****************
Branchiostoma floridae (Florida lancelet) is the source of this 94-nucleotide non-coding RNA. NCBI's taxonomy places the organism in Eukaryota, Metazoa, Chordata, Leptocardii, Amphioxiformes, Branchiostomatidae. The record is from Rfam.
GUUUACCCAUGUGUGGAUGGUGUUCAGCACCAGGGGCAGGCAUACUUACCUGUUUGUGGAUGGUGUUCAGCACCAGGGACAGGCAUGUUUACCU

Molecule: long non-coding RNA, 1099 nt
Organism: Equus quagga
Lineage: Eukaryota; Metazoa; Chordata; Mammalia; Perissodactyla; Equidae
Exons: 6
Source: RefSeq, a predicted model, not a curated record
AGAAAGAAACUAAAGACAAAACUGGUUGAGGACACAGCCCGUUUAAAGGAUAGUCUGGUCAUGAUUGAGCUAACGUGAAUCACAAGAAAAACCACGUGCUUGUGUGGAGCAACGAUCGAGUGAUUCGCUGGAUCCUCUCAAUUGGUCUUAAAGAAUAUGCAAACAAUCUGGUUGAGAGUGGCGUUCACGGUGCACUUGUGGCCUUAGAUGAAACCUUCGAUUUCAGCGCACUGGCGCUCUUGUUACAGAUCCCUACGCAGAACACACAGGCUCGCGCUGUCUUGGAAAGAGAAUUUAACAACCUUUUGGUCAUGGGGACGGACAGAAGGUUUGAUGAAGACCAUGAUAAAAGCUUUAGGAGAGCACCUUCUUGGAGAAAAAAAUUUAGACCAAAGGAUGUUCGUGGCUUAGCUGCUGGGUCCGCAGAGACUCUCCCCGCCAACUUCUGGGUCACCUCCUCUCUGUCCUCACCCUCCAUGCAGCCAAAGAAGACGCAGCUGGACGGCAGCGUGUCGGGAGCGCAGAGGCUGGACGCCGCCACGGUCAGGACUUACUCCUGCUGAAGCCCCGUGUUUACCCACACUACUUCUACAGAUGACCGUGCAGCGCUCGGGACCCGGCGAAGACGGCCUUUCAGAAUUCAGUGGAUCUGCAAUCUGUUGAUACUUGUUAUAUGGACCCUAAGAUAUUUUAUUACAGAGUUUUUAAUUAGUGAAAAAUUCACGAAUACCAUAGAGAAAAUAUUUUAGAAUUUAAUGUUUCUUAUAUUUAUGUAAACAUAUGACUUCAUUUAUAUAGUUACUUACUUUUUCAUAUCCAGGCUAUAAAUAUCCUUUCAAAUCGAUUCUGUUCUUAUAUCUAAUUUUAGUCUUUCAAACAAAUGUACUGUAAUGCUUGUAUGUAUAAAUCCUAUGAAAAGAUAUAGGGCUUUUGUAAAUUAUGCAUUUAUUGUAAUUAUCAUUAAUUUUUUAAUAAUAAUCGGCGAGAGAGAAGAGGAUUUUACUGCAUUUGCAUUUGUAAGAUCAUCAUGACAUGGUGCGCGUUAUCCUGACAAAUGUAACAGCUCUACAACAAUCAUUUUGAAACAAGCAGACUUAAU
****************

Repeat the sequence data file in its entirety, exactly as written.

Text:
Branchiostoma floridae (Florida lancelet) is the source of this 94-nucleotide non-coding RNA. NCBI's taxonomy places the organism in Eukaryota, Metazoa, Chordata, Leptocardii, Amphioxiformes, Branchiostomatidae. The record is from Rfam.
GUUUACCCAUGUGUGGAUGGUGUUCAGCACCAGGGGCAGGCAUACUUACCUGUUUGUGGAUGGUGUUCAGCACCAGGGACAGGCAUGUUUACCU

Molecule: long non-coding RNA, 1099 nt
Organism: Equus quagga
Lineage: Eukaryota; Metazoa; Chordata; Mammalia; Perissodactyla; Equidae
Exons: 6
Source: RefSeq, a predicted model, not a curated record
AGAAAGAAACUAAAGACAAAACUGGUUGAGGACACAGCCCGUUUAAAGGAUAGUCUGGUCAUGAUUGAGCUAACGUGAAUCACAAGAAAAACCACGUGCUUGUGUGGAGCAACGAUCGAGUGAUUCGCUGGAUCCUCUCAAUUGGUCUUAAAGAAUAUGCAAACAAUCUGGUUGAGAGUGGCGUUCACGGUGCACUUGUGGCCUUAGAUGAAACCUUCGAUUUCAGCGCACUGGCGCUCUUGUUACAGAUCCCUACGCAGAACACACAGGCUCGCGCUGUCUUGGAAAGAGAAUUUAACAACCUUUUGGUCAUGGGGACGGACAGAAGGUUUGAUGAAGACCAUGAUAAAAGCUUUAGGAGAGCACCUUCUUGGAGAAAAAAAUUUAGACCAAAGGAUGUUCGUGGCUUAGCUGCUGGGUCCGCAGAGACUCUCCCCGCCAACUUCUGGGUCACCUCCUCUCUGUCCUCACCCUCCAUGCAGCCAAAGAAGACGCAGCUGGACGGCAGCGUGUCGGGAGCGCAGAGGCUGGACGCCGCCACGGUCAGGACUUACUCCUGCUGAAGCCCCGUGUUUACCCACACUACUUCUACAGAUGACCGUGCAGCGCUCGGGACCCGGCGAAGACGGCCUUUCAGAAUUCAGUGGAUCUGCAAUCUGUUGAUACUUGUUAUAUGGACCCUAAGAUAUUUUAUUACAGAGUUUUUAAUUAGUGAAAAAUUCACGAAUACCAUAGAGAAAAUAUUUUAGAAUUUAAUGUUUCUUAUAUUUAUGUAAACAUAUGACUUCAUUUAUAUAGUUACUUACUUUUUCAUAUCCAGGCUAUAAAUAUCCUUUCAAAUCGAUUCUGUUCUUAUAUCUAAUUUUAGUCUUUCAAACAAAUGUACUGUAAUGCUUGUAUGUAUAAAUCCUAUGAAAAGAUAUAGGGCUUUUGUAAAUUAUGCAUUUAUUGUAAUUAUCAUUAAUUUUUUAAUAAUAAUCGGCGAGAGAGAAGAGGAUUUUACUGCAUUUGCAUUUGUAAGAUCAUCAUGACAUGGUGCGCGUUAUCCUGACAAAUGUAACAGCUCUACAACAAUCAUUUUGAAACAAGCAGACUUAAU